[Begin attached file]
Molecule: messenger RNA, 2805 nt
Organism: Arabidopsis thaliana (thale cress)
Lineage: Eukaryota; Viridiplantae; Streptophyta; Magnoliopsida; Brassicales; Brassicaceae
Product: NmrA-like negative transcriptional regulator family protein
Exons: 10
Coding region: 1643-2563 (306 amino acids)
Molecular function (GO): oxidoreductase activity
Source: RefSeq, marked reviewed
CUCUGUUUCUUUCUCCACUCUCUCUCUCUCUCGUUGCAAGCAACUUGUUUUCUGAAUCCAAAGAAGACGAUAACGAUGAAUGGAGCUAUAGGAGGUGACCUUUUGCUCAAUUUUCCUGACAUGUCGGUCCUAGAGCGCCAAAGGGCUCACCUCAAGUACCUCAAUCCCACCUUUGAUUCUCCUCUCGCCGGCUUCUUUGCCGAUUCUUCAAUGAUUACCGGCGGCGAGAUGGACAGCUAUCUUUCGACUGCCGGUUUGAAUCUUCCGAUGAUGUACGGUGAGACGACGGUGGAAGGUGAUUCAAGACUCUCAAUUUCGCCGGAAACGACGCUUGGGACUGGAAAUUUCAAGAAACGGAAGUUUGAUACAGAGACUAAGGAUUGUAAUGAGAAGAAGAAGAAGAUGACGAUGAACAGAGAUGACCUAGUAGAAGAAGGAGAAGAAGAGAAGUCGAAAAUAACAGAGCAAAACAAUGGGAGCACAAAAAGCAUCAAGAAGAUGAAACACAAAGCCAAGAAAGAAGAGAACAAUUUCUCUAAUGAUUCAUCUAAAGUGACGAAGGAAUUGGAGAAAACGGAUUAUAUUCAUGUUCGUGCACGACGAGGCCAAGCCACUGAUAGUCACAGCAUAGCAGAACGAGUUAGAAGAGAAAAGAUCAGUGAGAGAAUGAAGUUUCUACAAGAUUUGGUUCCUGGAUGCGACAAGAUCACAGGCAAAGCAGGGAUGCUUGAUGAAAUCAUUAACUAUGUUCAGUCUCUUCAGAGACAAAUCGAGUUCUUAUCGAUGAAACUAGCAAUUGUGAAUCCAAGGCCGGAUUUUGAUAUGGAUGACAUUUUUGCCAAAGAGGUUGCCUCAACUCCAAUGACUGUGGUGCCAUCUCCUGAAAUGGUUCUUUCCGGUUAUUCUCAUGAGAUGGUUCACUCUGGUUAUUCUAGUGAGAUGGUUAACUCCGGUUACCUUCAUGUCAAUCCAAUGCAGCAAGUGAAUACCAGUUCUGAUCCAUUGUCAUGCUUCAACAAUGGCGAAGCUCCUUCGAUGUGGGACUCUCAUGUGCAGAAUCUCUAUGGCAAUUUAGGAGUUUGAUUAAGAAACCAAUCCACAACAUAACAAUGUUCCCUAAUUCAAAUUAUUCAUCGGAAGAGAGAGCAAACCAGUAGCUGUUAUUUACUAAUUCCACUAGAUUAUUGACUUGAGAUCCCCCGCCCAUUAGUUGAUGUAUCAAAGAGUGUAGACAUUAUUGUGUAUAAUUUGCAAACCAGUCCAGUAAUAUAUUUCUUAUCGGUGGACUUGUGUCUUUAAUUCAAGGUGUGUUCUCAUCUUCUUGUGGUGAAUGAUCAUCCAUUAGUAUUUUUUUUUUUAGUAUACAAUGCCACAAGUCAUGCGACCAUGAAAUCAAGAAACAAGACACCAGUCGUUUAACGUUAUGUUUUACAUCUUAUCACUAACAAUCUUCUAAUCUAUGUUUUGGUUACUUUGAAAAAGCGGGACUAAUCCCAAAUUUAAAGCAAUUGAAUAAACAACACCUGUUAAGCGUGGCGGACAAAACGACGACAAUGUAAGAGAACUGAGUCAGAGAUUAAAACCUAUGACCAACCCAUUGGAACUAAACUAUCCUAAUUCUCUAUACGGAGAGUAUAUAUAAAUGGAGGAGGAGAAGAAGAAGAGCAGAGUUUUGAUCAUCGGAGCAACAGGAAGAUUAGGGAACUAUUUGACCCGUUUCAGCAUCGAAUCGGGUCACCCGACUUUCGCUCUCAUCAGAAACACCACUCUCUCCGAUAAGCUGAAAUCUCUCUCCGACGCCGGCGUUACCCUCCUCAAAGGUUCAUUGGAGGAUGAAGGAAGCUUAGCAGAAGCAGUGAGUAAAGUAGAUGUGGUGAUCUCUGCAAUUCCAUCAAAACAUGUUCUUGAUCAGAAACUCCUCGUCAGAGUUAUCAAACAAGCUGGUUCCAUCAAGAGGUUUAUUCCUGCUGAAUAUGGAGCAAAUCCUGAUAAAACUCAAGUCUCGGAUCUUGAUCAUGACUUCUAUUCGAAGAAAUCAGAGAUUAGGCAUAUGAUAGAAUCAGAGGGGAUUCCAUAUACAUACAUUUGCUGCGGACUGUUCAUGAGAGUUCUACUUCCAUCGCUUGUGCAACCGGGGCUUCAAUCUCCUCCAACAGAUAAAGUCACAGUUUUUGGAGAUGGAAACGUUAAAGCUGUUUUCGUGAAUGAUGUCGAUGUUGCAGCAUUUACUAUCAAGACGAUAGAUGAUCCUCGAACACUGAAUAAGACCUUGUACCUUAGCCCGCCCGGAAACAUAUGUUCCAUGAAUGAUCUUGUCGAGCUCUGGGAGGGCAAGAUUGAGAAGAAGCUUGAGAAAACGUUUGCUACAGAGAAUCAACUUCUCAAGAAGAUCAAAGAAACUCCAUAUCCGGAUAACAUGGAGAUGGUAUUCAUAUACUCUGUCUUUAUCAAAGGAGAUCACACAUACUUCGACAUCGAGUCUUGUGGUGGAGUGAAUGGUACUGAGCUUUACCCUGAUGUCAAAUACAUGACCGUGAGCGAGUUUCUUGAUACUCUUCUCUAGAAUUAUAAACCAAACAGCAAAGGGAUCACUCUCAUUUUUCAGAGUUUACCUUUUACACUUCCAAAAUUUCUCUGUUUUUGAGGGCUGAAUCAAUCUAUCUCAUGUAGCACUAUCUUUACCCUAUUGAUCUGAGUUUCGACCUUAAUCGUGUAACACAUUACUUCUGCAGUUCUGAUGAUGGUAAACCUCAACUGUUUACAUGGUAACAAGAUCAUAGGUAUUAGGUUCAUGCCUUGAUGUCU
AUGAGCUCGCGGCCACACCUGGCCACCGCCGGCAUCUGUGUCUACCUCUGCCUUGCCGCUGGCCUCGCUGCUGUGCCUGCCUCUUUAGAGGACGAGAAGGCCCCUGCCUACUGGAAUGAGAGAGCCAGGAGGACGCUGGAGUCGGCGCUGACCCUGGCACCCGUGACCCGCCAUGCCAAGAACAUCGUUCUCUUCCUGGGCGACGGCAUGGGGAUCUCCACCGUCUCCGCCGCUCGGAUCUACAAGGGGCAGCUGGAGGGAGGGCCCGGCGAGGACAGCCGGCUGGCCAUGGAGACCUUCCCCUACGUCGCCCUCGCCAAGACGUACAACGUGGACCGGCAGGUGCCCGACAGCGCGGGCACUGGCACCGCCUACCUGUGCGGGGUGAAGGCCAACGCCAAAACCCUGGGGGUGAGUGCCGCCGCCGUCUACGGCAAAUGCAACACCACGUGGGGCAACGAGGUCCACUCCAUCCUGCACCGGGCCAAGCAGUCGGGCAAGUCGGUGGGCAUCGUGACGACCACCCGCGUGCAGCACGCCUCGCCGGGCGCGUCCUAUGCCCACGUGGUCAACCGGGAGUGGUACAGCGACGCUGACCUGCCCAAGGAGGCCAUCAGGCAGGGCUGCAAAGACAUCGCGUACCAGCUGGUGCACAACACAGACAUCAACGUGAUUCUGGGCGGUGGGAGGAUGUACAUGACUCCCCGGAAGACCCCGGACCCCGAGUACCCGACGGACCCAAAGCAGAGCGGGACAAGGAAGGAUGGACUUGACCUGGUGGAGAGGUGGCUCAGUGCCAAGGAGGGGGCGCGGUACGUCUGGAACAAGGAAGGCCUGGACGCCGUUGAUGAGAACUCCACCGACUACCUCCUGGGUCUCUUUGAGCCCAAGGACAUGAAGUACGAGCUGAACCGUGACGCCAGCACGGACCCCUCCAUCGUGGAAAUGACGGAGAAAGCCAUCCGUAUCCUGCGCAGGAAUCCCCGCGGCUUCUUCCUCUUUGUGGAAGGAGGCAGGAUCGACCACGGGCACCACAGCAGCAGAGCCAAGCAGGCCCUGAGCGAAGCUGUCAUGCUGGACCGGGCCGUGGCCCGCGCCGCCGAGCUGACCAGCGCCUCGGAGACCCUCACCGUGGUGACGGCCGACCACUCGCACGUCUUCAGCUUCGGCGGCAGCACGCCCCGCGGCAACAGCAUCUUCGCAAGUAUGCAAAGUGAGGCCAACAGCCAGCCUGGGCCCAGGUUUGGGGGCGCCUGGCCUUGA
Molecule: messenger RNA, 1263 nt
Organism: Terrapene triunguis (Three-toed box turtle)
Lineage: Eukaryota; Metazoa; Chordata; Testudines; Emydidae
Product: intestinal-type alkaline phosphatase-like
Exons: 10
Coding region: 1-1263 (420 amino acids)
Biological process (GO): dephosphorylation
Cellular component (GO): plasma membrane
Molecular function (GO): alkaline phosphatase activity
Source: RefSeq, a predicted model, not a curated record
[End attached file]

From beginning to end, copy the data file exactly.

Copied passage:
Molecule: messenger RNA, 2805 nt
Organism: Arabidopsis thaliana (thale cress)
Lineage: Eukaryota; Viridiplantae; Streptophyta; Magnoliopsida; Brassicales; Brassicaceae
Product: NmrA-like negative transcriptional regulator family protein
Exons: 10
Coding region: 1643-2563 (306 amino acids)
Molecular function (GO): oxidoreductase activity
Source: RefSeq, marked reviewed
CUCUGUUUCUUUCUCCACUCUCUCUCUCUCUCGUUGCAAGCAACUUGUUUUCUGAAUCCAAAGAAGACGAUAACGAUGAAUGGAGCUAUAGGAGGUGACCUUUUGCUCAAUUUUCCUGACAUGUCGGUCCUAGAGCGCCAAAGGGCUCACCUCAAGUACCUCAAUCCCACCUUUGAUUCUCCUCUCGCCGGCUUCUUUGCCGAUUCUUCAAUGAUUACCGGCGGCGAGAUGGACAGCUAUCUUUCGACUGCCGGUUUGAAUCUUCCGAUGAUGUACGGUGAGACGACGGUGGAAGGUGAUUCAAGACUCUCAAUUUCGCCGGAAACGACGCUUGGGACUGGAAAUUUCAAGAAACGGAAGUUUGAUACAGAGACUAAGGAUUGUAAUGAGAAGAAGAAGAAGAUGACGAUGAACAGAGAUGACCUAGUAGAAGAAGGAGAAGAAGAGAAGUCGAAAAUAACAGAGCAAAACAAUGGGAGCACAAAAAGCAUCAAGAAGAUGAAACACAAAGCCAAGAAAGAAGAGAACAAUUUCUCUAAUGAUUCAUCUAAAGUGACGAAGGAAUUGGAGAAAACGGAUUAUAUUCAUGUUCGUGCACGACGAGGCCAAGCCACUGAUAGUCACAGCAUAGCAGAACGAGUUAGAAGAGAAAAGAUCAGUGAGAGAAUGAAGUUUCUACAAGAUUUGGUUCCUGGAUGCGACAAGAUCACAGGCAAAGCAGGGAUGCUUGAUGAAAUCAUUAACUAUGUUCAGUCUCUUCAGAGACAAAUCGAGUUCUUAUCGAUGAAACUAGCAAUUGUGAAUCCAAGGCCGGAUUUUGAUAUGGAUGACAUUUUUGCCAAAGAGGUUGCCUCAACUCCAAUGACUGUGGUGCCAUCUCCUGAAAUGGUUCUUUCCGGUUAUUCUCAUGAGAUGGUUCACUCUGGUUAUUCUAGUGAGAUGGUUAACUCCGGUUACCUUCAUGUCAAUCCAAUGCAGCAAGUGAAUACCAGUUCUGAUCCAUUGUCAUGCUUCAACAAUGGCGAAGCUCCUUCGAUGUGGGACUCUCAUGUGCAGAAUCUCUAUGGCAAUUUAGGAGUUUGAUUAAGAAACCAAUCCACAACAUAACAAUGUUCCCUAAUUCAAAUUAUUCAUCGGAAGAGAGAGCAAACCAGUAGCUGUUAUUUACUAAUUCCACUAGAUUAUUGACUUGAGAUCCCCCGCCCAUUAGUUGAUGUAUCAAAGAGUGUAGACAUUAUUGUGUAUAAUUUGCAAACCAGUCCAGUAAUAUAUUUCUUAUCGGUGGACUUGUGUCUUUAAUUCAAGGUGUGUUCUCAUCUUCUUGUGGUGAAUGAUCAUCCAUUAGUAUUUUUUUUUUUAGUAUACAAUGCCACAAGUCAUGCGACCAUGAAAUCAAGAAACAAGACACCAGUCGUUUAACGUUAUGUUUUACAUCUUAUCACUAACAAUCUUCUAAUCUAUGUUUUGGUUACUUUGAAAAAGCGGGACUAAUCCCAAAUUUAAAGCAAUUGAAUAAACAACACCUGUUAAGCGUGGCGGACAAAACGACGACAAUGUAAGAGAACUGAGUCAGAGAUUAAAACCUAUGACCAACCCAUUGGAACUAAACUAUCCUAAUUCUCUAUACGGAGAGUAUAUAUAAAUGGAGGAGGAGAAGAAGAAGAGCAGAGUUUUGAUCAUCGGAGCAACAGGAAGAUUAGGGAACUAUUUGACCCGUUUCAGCAUCGAAUCGGGUCACCCGACUUUCGCUCUCAUCAGAAACACCACUCUCUCCGAUAAGCUGAAAUCUCUCUCCGACGCCGGCGUUACCCUCCUCAAAGGUUCAUUGGAGGAUGAAGGAAGCUUAGCAGAAGCAGUGAGUAAAGUAGAUGUGGUGAUCUCUGCAAUUCCAUCAAAACAUGUUCUUGAUCAGAAACUCCUCGUCAGAGUUAUCAAACAAGCUGGUUCCAUCAAGAGGUUUAUUCCUGCUGAAUAUGGAGCAAAUCCUGAUAAAACUCAAGUCUCGGAUCUUGAUCAUGACUUCUAUUCGAAGAAAUCAGAGAUUAGGCAUAUGAUAGAAUCAGAGGGGAUUCCAUAUACAUACAUUUGCUGCGGACUGUUCAUGAGAGUUCUACUUCCAUCGCUUGUGCAACCGGGGCUUCAAUCUCCUCCAACAGAUAAAGUCACAGUUUUUGGAGAUGGAAACGUUAAAGCUGUUUUCGUGAAUGAUGUCGAUGUUGCAGCAUUUACUAUCAAGACGAUAGAUGAUCCUCGAACACUGAAUAAGACCUUGUACCUUAGCCCGCCCGGAAACAUAUGUUCCAUGAAUGAUCUUGUCGAGCUCUGGGAGGGCAAGAUUGAGAAGAAGCUUGAGAAAACGUUUGCUACAGAGAAUCAACUUCUCAAGAAGAUCAAAGAAACUCCAUAUCCGGAUAACAUGGAGAUGGUAUUCAUAUACUCUGUCUUUAUCAAAGGAGAUCACACAUACUUCGACAUCGAGUCUUGUGGUGGAGUGAAUGGUACUGAGCUUUACCCUGAUGUCAAAUACAUGACCGUGAGCGAGUUUCUUGAUACUCUUCUCUAGAAUUAUAAACCAAACAGCAAAGGGAUCACUCUCAUUUUUCAGAGUUUACCUUUUACACUUCCAAAAUUUCUCUGUUUUUGAGGGCUGAAUCAAUCUAUCUCAUGUAGCACUAUCUUUACCCUAUUGAUCUGAGUUUCGACCUUAAUCGUGUAACACAUUACUUCUGCAGUUCUGAUGAUGGUAAACCUCAACUGUUUACAUGGUAACAAGAUCAUAGGUAUUAGGUUCAUGCCUUGAUGUCU
AUGAGCUCGCGGCCACACCUGGCCACCGCCGGCAUCUGUGUCUACCUCUGCCUUGCCGCUGGCCUCGCUGCUGUGCCUGCCUCUUUAGAGGACGAGAAGGCCCCUGCCUACUGGAAUGAGAGAGCCAGGAGGACGCUGGAGUCGGCGCUGACCCUGGCACCCGUGACCCGCCAUGCCAAGAACAUCGUUCUCUUCCUGGGCGACGGCAUGGGGAUCUCCACCGUCUCCGCCGCUCGGAUCUACAAGGGGCAGCUGGAGGGAGGGCCCGGCGAGGACAGCCGGCUGGCCAUGGAGACCUUCCCCUACGUCGCCCUCGCCAAGACGUACAACGUGGACCGGCAGGUGCCCGACAGCGCGGGCACUGGCACCGCCUACCUGUGCGGGGUGAAGGCCAACGCCAAAACCCUGGGGGUGAGUGCCGCCGCCGUCUACGGCAAAUGCAACACCACGUGGGGCAACGAGGUCCACUCCAUCCUGCACCGGGCCAAGCAGUCGGGCAAGUCGGUGGGCAUCGUGACGACCACCCGCGUGCAGCACGCCUCGCCGGGCGCGUCCUAUGCCCACGUGGUCAACCGGGAGUGGUACAGCGACGCUGACCUGCCCAAGGAGGCCAUCAGGCAGGGCUGCAAAGACAUCGCGUACCAGCUGGUGCACAACACAGACAUCAACGUGAUUCUGGGCGGUGGGAGGAUGUACAUGACUCCCCGGAAGACCCCGGACCCCGAGUACCCGACGGACCCAAAGCAGAGCGGGACAAGGAAGGAUGGACUUGACCUGGUGGAGAGGUGGCUCAGUGCCAAGGAGGGGGCGCGGUACGUCUGGAACAAGGAAGGCCUGGACGCCGUUGAUGAGAACUCCACCGACUACCUCCUGGGUCUCUUUGAGCCCAAGGACAUGAAGUACGAGCUGAACCGUGACGCCAGCACGGACCCCUCCAUCGUGGAAAUGACGGAGAAAGCCAUCCGUAUCCUGCGCAGGAAUCCCCGCGGCUUCUUCCUCUUUGUGGAAGGAGGCAGGAUCGACCACGGGCACCACAGCAGCAGAGCCAAGCAGGCCCUGAGCGAAGCUGUCAUGCUGGACCGGGCCGUGGCCCGCGCCGCCGAGCUGACCAGCGCCUCGGAGACCCUCACCGUGGUGACGGCCGACCACUCGCACGUCUUCAGCUUCGGCGGCAGCACGCCCCGCGGCAACAGCAUCUUCGCAAGUAUGCAAAGUGAGGCCAACAGCCAGCCUGGGCCCAGGUUUGGGGGCGCCUGGCCUUGA
Molecule: messenger RNA, 1263 nt
Organism: Terrapene triunguis (Three-toed box turtle)
Lineage: Eukaryota; Metazoa; Chordata; Testudines; Emydidae
Product: intestinal-type alkaline phosphatase-like
Exons: 10
Coding region: 1-1263 (420 amino acids)
Biological process (GO): dephosphorylation
Cellular component (GO): plasma membrane
Molecular function (GO): alkaline phosphatase activity
Source: RefSeq, a predicted model, not a curated record